Last month, Resonance Senior Associate for Partnership and Private Sector Engagement Cara Hayes wrote an Insights piece on the most important questions to ask potential candidates when hiring a Partnership Specialist.
That piece was widely shared across socials, with many people from an array of organizations engaging in comments, likely given the growing number of companies creating and filling positions under the “partnership” banner.
One comment included accolades for the advice, followed by “Is this what we are calling this role?” accompanied by the poster’s tag of their fellow colleague.
A Partnership Specialist By Any Other Name Is…
A Partnership Manager. A Partnership Strategist. A CSR Leader.
There are a variety of titles for this varied role, but they are all by design leading, managing, or a tour de force member of teams charged with designing collaborations and partnerships internally and externally in the face of breakpoint change.
Given specific organizational goals, directives, and commitments, these roles include forging innovative partnerships with other companies and local businesses, trade and professional organizations, NGOs, funding entities, research groups and universities, local communities, governments and agencies, suppliers, customers, and an array of other stakeholders. Wow. That's a lot of potential partners.
It’s important to distinguish here that partnership development in this context is not focused on traditional business functions associated with engaging partners who can provide beneficial goods and services or maintaining business client relationships.
Rather, we are discussing the roles and functions of partnership specialists engaged in the Impact Sector – those tasked with looking for opportunities to collaborate with partners to reach targets and goals that have social, environmental, and sustainable impact.
According to Shannon Houde, career coach in the impact sector and whose new book, “Good Work: How to Build a Career that Makes a Difference in the World,” we featured in our recent Insights, these types of roles are diverse, creative, and growing.
Varied Roles And Functions Of Partnership Specialists
If today’s Insights timestamp is a snapshot of the occupational outlook for ‘partnership specialist’ roles as defined in the context of this discussion, the profession is promising.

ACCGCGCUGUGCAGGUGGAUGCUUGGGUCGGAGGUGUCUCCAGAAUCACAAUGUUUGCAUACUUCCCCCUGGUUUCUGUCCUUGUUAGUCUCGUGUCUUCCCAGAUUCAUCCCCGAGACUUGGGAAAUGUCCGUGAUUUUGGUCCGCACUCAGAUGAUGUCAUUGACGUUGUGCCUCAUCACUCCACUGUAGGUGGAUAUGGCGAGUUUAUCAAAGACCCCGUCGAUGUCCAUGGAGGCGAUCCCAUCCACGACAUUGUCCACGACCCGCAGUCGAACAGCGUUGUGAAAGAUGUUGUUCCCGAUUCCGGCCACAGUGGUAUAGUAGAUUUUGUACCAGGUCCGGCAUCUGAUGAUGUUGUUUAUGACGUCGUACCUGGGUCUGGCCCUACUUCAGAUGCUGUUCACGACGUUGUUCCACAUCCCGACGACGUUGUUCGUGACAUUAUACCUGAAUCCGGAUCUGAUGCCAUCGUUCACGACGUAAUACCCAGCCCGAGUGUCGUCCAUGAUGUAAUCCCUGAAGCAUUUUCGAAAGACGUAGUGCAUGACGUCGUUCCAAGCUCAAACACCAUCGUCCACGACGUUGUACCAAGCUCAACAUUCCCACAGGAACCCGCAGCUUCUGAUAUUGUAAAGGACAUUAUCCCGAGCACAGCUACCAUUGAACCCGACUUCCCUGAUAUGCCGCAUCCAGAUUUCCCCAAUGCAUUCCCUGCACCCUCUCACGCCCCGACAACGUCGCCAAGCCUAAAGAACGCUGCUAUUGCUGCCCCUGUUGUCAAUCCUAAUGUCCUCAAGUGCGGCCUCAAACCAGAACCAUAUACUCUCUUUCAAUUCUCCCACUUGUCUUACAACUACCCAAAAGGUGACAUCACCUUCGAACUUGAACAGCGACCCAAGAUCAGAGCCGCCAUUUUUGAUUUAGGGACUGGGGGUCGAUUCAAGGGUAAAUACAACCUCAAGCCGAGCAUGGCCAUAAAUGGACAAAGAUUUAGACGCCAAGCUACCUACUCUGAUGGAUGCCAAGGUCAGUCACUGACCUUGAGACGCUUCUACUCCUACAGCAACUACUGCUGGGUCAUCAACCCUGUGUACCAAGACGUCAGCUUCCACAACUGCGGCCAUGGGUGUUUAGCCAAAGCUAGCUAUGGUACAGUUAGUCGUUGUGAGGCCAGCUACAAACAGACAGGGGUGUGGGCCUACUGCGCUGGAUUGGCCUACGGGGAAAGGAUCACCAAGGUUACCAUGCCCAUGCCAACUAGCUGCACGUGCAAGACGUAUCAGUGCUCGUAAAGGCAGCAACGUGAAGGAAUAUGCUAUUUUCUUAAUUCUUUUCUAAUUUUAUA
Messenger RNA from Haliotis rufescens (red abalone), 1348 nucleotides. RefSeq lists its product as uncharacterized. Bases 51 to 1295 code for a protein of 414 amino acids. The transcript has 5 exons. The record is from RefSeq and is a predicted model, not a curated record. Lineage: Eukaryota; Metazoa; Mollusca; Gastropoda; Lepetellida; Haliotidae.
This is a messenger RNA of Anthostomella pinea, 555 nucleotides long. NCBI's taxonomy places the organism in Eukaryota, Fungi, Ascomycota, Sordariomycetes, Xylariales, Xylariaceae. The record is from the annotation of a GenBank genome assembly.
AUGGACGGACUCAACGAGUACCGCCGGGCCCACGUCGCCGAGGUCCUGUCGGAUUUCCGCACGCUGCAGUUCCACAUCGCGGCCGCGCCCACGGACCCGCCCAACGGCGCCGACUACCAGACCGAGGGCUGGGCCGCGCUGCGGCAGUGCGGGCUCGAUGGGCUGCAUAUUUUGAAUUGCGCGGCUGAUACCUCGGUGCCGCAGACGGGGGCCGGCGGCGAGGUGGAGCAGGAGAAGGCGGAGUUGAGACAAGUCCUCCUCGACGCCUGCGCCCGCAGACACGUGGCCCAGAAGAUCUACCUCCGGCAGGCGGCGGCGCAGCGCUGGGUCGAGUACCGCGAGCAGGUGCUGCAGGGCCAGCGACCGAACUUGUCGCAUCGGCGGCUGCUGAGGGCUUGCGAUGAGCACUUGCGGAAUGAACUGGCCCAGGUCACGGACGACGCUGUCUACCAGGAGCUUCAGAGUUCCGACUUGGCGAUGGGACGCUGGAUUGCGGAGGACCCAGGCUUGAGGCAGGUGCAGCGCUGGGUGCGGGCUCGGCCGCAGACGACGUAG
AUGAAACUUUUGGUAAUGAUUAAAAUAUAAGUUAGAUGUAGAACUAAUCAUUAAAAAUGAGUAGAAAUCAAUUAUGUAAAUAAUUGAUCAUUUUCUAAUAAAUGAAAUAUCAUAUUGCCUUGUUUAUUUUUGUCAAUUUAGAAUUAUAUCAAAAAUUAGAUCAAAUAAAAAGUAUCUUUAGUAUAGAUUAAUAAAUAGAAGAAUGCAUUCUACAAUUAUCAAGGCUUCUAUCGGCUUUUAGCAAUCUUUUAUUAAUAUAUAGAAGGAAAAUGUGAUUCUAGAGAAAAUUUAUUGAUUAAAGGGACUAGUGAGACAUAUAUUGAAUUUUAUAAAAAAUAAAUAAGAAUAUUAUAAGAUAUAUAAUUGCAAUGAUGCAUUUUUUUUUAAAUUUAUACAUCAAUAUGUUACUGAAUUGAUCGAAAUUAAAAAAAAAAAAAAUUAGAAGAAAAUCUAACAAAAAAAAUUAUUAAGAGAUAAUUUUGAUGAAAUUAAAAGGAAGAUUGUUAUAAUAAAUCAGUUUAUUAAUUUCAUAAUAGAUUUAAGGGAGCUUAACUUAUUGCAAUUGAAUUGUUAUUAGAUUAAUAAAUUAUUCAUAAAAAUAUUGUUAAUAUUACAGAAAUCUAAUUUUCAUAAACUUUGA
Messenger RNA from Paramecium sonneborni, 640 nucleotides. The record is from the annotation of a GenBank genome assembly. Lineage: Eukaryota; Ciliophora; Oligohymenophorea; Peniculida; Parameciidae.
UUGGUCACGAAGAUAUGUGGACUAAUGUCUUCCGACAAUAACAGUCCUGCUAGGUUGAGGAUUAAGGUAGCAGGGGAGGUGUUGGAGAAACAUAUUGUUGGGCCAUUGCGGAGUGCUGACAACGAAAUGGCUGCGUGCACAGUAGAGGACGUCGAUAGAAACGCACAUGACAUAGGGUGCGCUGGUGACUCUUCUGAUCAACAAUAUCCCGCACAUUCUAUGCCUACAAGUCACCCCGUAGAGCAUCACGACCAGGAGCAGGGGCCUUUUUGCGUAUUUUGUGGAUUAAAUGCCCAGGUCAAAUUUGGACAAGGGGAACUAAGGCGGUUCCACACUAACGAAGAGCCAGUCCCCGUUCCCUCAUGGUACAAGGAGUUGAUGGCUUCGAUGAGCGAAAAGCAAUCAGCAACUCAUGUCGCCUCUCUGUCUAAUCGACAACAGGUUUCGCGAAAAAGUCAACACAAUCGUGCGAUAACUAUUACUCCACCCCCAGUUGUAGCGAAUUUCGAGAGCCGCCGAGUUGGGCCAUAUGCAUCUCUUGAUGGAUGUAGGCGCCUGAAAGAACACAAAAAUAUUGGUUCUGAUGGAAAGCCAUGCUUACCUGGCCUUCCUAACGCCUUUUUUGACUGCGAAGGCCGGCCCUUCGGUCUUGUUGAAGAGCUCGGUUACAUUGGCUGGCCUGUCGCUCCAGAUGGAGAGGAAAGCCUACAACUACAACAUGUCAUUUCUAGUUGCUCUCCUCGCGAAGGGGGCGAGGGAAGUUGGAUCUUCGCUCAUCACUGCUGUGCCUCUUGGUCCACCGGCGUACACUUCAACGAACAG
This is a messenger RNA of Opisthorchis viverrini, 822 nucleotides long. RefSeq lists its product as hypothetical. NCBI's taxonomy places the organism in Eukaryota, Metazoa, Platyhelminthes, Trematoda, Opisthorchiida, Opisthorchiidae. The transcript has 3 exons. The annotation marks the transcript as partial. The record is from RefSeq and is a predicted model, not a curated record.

- For example, Google is currently hiring a Director, Sustainability Engagement and Partnerships. The company is seeking ideal candidates with 15 years of experience in sustainability engagement, developing and leading global sustainability partnerships, coalitions. Specific responsibilities include “developing and managing partnership dimensions” of regional sustainability strategies across Latin America, and “working with cross-functional teams to drive governance and decision making around external partnerships and coalitions,” among other tasks of the role.
- Cadence Systems, a software systems development firm based in San Jose, CA is seeking a Director, Global Social Impact, with a significant focus on “understanding the landscape of “impact design” entities (nonprofit organizations, social enterprises, funders, universities) and identifying priority organizations with whom to partner” to achieve social impact.
- The Estée Lauder Companies Inc. is currently seeking candidates to fill the position of Director, Social Impact – La Mer, a wholly cross-functional lead also engaged in partnership development and management focused on ocean conservation initiatives for the brand. According to the listing, this person should have experience in the social impact space- working with donors/partners/nonprofit organizations to implement work for social impact initiatives. In addition to driving social impact, the "Director will work with the Sustainability task force to deliver innovation to make a positive impact to communities, organizations, and impacted stakeholders throughout our value chain."
These are but a few roles that either focus wholly, or as one component of the role, on partnership development, nurturing, and management for social and sustainable impact.
Resonance also fills a number of positions related to partnership management and strategy given our track record in designing and implementing collaborative, cross-sector partnerships.
How To Partner With Purpose
As companies tackle pressing challenges related to climate change, ESG, Scope Emissions reductions, UNSDGs and other sustainability undertakings, most recognize they cannot do it alone, especially regarding the complexities of challenges upstream and downstream in their supply and value chains. Pre-Competitive and Cross-Sector partnerships are among the most promising approaches.
Resonance founder Steve Schmida wrote the book on partnerships, focusing not only on why partnerships and collaboration are necessary, but citing specific case examples detailing the ways partnerships can achieve greater impact for all partners involved.
He also dedicates an entire chapter to the roles of partnership specialists on collaborative teams and requisite soft skills that make a difference in partnership outcomes. Regardless of the official position title, professions engaging in partnership development and execution in the social and sustainable impact space are valuable changemakers in organizations.
That’s why attracting the best Partnership Specialist to your team is of critical importance in the coming years.
And yes; those interview questions Cara outlined? Those will go a long way in helping you attract the ideal candidates to those roles.